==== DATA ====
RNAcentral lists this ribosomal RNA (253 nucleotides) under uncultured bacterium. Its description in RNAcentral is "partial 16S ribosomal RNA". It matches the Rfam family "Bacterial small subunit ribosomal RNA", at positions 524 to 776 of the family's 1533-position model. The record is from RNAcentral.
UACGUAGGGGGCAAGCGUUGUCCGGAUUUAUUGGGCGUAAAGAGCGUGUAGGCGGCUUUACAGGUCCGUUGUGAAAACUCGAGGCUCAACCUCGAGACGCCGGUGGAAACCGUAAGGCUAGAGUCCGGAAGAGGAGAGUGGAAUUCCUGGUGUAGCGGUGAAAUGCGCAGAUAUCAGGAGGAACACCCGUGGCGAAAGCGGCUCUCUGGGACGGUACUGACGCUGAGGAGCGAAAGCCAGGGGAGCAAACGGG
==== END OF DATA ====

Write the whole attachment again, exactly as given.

RNAcentral lists this ribosomal RNA (253 nucleotides) under uncultured bacterium. Its description in RNAcentral is "partial 16S ribosomal RNA". It matches the Rfam family "Bacterial small subunit ribosomal RNA", at positions 524 to 776 of the family's 1533-position model. The record is from RNAcentral.
UACGUAGGGGGCAAGCGUUGUCCGGAUUUAUUGGGCGUAAAGAGCGUGUAGGCGGCUUUACAGGUCCGUUGUGAAAACUCGAGGCUCAACCUCGAGACGCCGGUGGAAACCGUAAGGCUAGAGUCCGGAAGAGGAGAGUGGAAUUCCUGGUGUAGCGGUGAAAUGCGCAGAUAUCAGGAGGAACACCCGUGGCGAAAGCGGCUCUCUGGGACGGUACUGACGCUGAGGAGCGAAAGCCAGGGGAGCAAACGGG